***Update***

The 2018 holiday shopping season is quickly approaching, and since Friday (and for some Thursday) is the official kick-off, we thought it would be a great time to republish some helpful fraud and chargeback reminders. These are some great things to keep in mind, and they’re as important this year as they were last year. Let us know if you have any questions! We’re here to help.

This post was originally published on 11/21/2017.

With the holiday shopping season upon us, it’s a good time to review some good practices in helping prevent your business from incurring losses from fraudulent transactions and chargebacks.

Face-to-Face Transactions

If the card presented for payment is not a chip card, always swipe the card. In the event of a Chargeback, this provides proof the card was present at the time of the transaction.

• If presented with a chip card and you have an EMV terminal, have your customer insert the card into the terminal and leave it there until the transaction is complete.  (If you have not yet upgraded to an EMV Terminal, please contact your Relationship Manager at 800-704-7253.)

• Obtain an authorization number for the full amount of the transaction.

• If an authorization is declined, do not accept it, attempt to split it into smaller amounts, attempt to obtain authorization at a later time, or try to force it through. Any of these attempts may leave your business vulnerable to a chargeback loss. Instead, ask the customer for another payment method.

• Have your refund policy printed on the receipt directly above or below the cardholder signature line in letters ¼” high.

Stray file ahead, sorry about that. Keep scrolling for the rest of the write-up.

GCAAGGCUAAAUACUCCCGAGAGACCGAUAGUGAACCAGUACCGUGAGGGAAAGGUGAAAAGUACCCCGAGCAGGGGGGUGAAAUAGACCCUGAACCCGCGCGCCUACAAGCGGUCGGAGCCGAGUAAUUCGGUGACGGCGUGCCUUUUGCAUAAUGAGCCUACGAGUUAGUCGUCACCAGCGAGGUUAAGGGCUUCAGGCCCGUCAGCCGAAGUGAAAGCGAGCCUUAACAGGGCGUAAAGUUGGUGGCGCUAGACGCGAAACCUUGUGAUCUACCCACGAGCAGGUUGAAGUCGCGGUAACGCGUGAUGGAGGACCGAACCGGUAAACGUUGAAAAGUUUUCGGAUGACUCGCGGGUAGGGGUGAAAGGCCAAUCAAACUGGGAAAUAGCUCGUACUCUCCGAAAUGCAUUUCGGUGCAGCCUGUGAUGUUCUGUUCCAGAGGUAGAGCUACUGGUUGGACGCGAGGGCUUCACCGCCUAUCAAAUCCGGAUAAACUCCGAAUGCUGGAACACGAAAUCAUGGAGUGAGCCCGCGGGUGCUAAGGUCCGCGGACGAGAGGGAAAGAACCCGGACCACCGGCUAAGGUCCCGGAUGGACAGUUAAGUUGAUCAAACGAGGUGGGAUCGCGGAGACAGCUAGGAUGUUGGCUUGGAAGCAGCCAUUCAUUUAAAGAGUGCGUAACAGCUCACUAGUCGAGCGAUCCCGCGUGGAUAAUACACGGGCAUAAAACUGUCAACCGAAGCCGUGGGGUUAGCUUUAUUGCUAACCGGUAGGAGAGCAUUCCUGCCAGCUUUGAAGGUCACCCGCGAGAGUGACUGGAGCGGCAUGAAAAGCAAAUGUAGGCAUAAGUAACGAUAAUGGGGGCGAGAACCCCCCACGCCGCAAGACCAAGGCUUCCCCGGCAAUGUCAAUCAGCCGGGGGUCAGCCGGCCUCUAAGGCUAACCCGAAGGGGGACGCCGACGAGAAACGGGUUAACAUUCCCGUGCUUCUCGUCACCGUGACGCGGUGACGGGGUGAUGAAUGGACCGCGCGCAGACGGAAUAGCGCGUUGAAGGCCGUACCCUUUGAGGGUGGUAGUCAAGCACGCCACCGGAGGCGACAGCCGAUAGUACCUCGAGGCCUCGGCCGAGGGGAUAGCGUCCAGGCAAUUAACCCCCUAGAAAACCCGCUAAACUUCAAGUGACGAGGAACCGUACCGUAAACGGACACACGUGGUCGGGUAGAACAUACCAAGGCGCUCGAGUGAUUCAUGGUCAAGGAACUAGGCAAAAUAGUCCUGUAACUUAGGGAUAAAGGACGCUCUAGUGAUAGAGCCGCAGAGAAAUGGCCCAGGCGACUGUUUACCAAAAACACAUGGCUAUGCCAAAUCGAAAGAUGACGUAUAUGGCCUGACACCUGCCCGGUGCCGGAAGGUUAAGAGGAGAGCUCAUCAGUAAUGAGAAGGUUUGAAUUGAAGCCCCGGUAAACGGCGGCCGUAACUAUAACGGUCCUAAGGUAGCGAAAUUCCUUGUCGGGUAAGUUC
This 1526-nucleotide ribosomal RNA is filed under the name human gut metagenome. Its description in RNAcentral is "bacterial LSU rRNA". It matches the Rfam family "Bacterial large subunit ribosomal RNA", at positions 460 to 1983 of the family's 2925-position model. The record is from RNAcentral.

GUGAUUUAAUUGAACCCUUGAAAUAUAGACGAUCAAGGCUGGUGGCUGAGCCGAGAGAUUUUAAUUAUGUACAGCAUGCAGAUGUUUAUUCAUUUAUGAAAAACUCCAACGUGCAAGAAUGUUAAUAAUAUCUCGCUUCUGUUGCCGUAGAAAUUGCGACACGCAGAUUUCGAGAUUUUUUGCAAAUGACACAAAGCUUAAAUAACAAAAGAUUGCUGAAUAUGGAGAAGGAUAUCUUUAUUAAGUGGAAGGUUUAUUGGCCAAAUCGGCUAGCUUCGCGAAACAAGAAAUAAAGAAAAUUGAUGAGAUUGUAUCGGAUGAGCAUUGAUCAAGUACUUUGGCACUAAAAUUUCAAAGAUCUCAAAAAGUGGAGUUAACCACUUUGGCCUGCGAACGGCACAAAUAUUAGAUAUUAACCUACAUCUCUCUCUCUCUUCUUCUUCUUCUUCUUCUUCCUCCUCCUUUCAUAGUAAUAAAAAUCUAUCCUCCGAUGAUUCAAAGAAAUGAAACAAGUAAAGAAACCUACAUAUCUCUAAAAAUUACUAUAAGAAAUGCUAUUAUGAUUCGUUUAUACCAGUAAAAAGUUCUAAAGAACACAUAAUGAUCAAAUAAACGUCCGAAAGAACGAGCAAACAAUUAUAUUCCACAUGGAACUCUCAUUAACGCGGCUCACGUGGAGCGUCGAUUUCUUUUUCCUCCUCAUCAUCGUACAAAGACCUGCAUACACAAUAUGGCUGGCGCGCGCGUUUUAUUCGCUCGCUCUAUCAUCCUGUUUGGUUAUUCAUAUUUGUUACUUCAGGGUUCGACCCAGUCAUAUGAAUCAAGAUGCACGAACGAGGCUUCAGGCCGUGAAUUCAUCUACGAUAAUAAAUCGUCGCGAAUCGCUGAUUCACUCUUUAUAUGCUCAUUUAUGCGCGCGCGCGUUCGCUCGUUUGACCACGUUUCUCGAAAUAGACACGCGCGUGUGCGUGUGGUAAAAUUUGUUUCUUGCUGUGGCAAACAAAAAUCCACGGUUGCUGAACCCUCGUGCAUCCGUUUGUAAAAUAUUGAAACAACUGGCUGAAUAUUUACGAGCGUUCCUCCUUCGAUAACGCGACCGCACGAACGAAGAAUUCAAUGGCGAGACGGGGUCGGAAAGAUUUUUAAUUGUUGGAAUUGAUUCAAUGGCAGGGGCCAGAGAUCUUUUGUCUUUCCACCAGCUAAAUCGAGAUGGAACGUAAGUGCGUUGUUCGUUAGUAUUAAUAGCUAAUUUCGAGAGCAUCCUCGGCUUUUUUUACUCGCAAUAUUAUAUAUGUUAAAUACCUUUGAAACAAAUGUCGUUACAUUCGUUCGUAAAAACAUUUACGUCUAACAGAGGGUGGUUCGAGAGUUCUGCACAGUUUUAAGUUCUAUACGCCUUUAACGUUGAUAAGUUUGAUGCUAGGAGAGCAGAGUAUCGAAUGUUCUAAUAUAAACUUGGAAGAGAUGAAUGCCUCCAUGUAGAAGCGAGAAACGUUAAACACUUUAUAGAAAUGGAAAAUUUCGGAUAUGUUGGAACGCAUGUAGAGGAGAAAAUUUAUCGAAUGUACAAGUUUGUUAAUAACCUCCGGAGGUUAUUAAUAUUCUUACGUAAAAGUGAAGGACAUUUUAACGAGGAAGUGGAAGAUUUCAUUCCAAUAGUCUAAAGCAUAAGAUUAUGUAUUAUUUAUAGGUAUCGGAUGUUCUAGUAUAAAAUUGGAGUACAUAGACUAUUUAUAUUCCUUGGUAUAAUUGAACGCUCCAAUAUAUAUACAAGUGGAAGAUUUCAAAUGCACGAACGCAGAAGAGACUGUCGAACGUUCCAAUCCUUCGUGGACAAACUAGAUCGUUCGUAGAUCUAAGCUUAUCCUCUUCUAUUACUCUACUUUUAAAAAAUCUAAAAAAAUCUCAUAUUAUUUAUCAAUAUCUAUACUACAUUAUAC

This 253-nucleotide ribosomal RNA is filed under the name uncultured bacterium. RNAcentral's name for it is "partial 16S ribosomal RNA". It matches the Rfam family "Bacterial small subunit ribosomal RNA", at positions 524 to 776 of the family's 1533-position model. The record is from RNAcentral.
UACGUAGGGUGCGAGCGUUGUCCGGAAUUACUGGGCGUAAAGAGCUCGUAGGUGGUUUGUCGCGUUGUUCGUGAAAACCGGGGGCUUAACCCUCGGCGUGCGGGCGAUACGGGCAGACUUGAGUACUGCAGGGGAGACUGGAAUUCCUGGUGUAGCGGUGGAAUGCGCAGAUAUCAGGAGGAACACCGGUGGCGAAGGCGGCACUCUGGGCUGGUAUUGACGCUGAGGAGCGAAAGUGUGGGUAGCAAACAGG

Internet or Phone Transactions (Card Not Present)

• Obtain an authorization number for the full amount of the transaction.

• If an authorization is declined, do not accept it, attempt to split it into smaller amounts, attempt to obtain authorization at a later time, or try to force it through. Any of these attempts may leave your business vulnerable to a chargeback loss. Instead, ask the customer for another payment method.

• Verify the cardholder’s address via Address Verification Service (AVS). The best AVS response is ”Y” for Yes or “Match”. This means the cardholder has given you the same address as the billing address for the card. If you are still uncertain about the transaction (e.g., large transaction, first time customer, splitting sale amount between cards, etc), you can call the issuing bank or the Voice Authorization Center.

• Ask the customer for the CVV/CVC Code on the back of their card (front for Amex). This is a 3 or 4-digit number that is now commonly used to help verify that the customer possesses the physical card. Most terminals prompt you for this information and will return a negative response if the number provided is not correct.

• Ship the merchandise to the AVS address and obtain signed proof of delivery or other method available from your shipper.

• Charge the cardholder’s account at the time the merchandise is shipped.

• Have your checkout page designed such that a customer must acknowledge your cancellation or refund policy. Be able to produce the acknowledgement in the event of a chargeback resulting from a refund dispute. Have a clear and concise refund policy.

NOTE: If a card is not present at the time of sale, a merchant cannot verify that the legitimate cardholder authorized the sale. The steps noted above may help minimize disputes and fraud, but they cannot guarantee avoidance of chargebacks. Card not present transactions are inherently more risky than those in which the card is present.

I hope this is a good reminder and something you might wish to review with your staff. If you have any concerns, give us a call at 800.704.7253 or click through to contact us.

Wishing you a very Happy Holiday season!